THE SASSY SAS­SI­CAIA

India Today - - WINE - SID MATHUR The au­thor is a wine lover and di­rec­tor, Im­pre­sario En­ter­tain­ment & Hos­pi­tal­ity

There are some ‘firsts’ in life that you never for­get. It was al­most a decade ago, my un­cle had in­vited me for din­ner to the Went­worth Club, a pri­vately owned golf club in Sur­rey, UK. When he walked in, I no­ticed he was car­ry­ing a 2-bot­tle leather case, en­graved with his ini­tials, KP. As you can imag­ine, the club, be­ing 90 years old and hav­ing an ex­clu­sive mem­ber­ship pro­gramme, doesn’t re­ally have a ‘bring your own’ pol­icy. But he was no reg­u­lar mem­ber, and this was cer­tainly not a reg­u­lar bot­tle of wine as I soon dis­cov­ered.

He told the man­ager, whilst ad­just­ing his cra­vat, “I apol­o­gise, but this is ac­tu­ally your fault. There isn’t bot­tle of wine in your cel­lar that I would en­joy. Here are two bot­tles, one for us to have with din­ner, and one for you.” Mo­ments later the bot­tle ap­peared on

LIT­ER­ALLY TRANS­LATED, SAS­SI­CAIA MEANS PLACE OF MANY STONES AND REFERS TO THE GRAVEL-LIKE SOIL AT THE ES­TATES IN BOL­GHERI TUS­CANY, ITALY

our ta­ble, along with a de­canter. It was a 1998 Sas­si­caia. The first I had heard of this la­bel but def­i­nitely not the last.

Lit­er­ally trans­lated, Sas­si­caia means ‘place of many stones’ and refers to the gravel like soil at the es­tates in Bol­gheri Tus­cany, Italy, where th­ese grapes are grown. It is com­posed of 85 per cent Caber­net Sau­vi­gnon and 15per cent Caber­net Franc, and un­of­fi­cially (not recog­nised within the Ital­ian wine clas­si­fi­ca­tion sys­tem) known as one of the ‘Su­per Tus­cans’. Tenuta San Guido, the pro­ducer, was es­tab­lished by Mario Roc­chetta in 1948, and the con­sump­tion of this glo­ri­ous wine was strictly pri­vate at first. It was not un­til 1968 that the first com­mer­cial bot­tle of Sas­si­caia was sold. To­day it has an an­nual pro­duc­tion of 180,000 bot­tles and con­tin­ues to grow.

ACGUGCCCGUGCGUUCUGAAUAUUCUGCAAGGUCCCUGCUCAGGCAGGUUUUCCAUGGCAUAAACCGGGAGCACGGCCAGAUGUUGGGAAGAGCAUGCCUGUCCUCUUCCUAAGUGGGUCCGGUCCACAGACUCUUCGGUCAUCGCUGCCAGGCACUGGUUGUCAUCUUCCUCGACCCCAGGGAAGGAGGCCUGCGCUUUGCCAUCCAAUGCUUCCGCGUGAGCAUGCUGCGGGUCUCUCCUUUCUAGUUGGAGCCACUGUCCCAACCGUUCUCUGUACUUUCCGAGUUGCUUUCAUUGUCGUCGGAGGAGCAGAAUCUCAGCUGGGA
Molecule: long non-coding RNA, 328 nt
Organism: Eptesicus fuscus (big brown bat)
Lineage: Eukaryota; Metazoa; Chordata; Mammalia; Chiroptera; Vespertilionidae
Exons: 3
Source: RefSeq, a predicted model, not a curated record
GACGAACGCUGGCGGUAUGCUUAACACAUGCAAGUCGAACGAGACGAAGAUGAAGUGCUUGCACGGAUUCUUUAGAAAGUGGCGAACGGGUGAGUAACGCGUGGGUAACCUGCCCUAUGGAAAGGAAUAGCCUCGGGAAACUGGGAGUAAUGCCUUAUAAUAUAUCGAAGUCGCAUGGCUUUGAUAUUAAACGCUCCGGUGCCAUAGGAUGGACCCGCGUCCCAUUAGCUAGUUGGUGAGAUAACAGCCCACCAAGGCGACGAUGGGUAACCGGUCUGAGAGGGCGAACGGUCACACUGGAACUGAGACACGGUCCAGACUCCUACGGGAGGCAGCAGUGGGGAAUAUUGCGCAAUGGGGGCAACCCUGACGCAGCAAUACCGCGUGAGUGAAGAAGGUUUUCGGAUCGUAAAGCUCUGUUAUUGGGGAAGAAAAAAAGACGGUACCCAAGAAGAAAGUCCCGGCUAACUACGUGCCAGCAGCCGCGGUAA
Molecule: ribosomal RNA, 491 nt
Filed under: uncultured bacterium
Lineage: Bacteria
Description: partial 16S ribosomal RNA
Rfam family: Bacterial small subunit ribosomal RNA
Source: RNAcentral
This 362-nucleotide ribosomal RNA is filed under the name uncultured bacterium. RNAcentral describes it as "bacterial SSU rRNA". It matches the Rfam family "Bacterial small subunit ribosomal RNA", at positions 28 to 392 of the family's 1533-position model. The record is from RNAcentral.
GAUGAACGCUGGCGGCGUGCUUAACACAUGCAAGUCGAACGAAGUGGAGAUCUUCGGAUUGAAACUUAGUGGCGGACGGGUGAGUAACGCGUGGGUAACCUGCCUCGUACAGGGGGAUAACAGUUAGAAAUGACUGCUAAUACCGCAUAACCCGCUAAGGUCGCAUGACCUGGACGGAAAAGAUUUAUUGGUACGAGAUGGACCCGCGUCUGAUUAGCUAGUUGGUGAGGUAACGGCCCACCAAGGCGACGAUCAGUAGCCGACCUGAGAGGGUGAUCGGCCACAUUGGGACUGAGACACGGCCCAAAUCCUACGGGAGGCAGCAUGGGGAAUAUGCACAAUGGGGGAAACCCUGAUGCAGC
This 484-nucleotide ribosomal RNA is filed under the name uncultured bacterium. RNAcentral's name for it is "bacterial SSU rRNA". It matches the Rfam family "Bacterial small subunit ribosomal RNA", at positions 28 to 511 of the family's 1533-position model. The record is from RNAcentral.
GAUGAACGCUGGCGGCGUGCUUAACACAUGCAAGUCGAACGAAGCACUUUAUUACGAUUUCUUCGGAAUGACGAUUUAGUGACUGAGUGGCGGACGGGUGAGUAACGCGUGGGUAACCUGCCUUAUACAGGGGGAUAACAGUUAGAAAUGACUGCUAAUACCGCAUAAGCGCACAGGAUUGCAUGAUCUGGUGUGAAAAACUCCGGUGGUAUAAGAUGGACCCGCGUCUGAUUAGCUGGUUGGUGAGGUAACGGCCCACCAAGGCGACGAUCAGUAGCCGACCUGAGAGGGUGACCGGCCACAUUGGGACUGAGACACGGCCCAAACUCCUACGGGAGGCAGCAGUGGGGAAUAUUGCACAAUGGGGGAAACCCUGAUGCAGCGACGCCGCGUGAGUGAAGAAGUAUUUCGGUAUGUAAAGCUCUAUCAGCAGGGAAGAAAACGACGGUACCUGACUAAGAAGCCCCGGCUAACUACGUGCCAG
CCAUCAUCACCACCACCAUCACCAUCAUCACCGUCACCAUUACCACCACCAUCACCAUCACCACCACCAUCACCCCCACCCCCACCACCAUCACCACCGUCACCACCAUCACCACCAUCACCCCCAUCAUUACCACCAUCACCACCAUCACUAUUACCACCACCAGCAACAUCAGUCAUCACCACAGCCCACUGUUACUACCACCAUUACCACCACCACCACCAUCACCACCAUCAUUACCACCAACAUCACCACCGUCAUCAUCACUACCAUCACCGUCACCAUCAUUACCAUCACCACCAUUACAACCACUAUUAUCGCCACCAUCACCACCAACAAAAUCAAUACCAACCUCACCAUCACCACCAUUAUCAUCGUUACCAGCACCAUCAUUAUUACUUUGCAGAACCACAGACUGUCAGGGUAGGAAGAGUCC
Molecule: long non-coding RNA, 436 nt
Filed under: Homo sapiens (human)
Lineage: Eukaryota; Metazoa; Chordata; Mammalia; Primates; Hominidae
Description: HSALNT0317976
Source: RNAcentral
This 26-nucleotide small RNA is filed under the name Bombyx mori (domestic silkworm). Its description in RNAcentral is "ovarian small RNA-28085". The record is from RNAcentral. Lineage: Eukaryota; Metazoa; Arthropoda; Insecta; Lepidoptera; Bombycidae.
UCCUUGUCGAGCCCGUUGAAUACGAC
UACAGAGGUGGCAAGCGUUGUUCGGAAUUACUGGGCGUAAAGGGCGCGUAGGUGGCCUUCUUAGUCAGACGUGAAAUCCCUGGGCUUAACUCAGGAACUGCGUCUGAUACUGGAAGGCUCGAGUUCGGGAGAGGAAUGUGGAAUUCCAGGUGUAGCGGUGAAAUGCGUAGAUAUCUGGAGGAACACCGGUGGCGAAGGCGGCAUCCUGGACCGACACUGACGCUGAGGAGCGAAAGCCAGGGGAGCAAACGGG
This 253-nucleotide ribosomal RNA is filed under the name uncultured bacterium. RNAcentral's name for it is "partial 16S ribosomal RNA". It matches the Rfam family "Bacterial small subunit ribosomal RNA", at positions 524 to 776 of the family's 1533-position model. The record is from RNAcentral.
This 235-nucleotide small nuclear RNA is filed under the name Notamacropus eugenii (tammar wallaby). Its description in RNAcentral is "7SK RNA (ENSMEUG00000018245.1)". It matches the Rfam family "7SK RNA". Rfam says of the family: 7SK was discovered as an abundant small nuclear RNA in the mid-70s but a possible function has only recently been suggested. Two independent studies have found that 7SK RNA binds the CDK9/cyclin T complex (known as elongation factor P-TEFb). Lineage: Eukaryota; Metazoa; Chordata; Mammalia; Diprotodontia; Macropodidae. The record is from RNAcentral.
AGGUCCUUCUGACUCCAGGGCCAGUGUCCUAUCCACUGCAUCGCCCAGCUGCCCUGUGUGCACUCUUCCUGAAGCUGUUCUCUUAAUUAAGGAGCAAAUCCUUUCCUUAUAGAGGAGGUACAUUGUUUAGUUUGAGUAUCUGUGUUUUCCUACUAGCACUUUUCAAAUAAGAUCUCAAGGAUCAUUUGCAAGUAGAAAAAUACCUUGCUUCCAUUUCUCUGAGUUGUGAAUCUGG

The wine lessons I learnt over the course of our 2-hour din­ner were ex­cep­tional by any stan­dard. As I reached for the de­canter my un­cle asked, “Surely you’re not think­ing of pour­ing it right away”? Of course I was. He ex­plained that it needed to breathe, but asked me to have a sip right away. The be­gin­ning of a mas­ter class. It was de­li­cious, a lit­tle heavy for me, with flavours of dark berries, smoke, and fresh leather, and looked like a glossy dark ruby red ink. Then I waited. And waited. Our en­trée had come and gone. It was 45 min­utes be­fore I was al­lowed my next sip. Ev­ery­thing had changed. It was lighter and medium bod­ied, more pep­pery, with flavours of red berries now, still fresh on the pal­ette, and a long warm fin­ish. I couldn’t be­lieve how beau­ti­fully com­plex it was. I man­aged to get in a few sips with my grilled steak and it paired ex­ceed­ingly well. Al­though meats are the pre­ferred match to Sas­si­caia, I wouldn’t hold back try­ing it with poul­try, or even a tomato rich based pasta.

The next time I came face to face with another bot­tle of Sas­si­caia was dur­ing a ski trip in Megeve, France. I was ex­cited, and re­layed my en­tire Went­worth Club story to my friends in great de­tail, fol­lowed by strict in­struc­tions of how to drink it, of course. Need­less to say it was a hit that night and on sev­eral sub­se­quent nights.

Al­though nu­mer­ous wines in the fu­ture came rather close, none could ever match my Sas­si­caia ex­pe­ri­ence. A visit to the vine­yards of Tenuta San Guido still re­mains high on my bucket list. If you can get your hands on a bot­tle, it is highly rec­om­mended that you don't let go. It is truly ex­cit­ing and di­verse.

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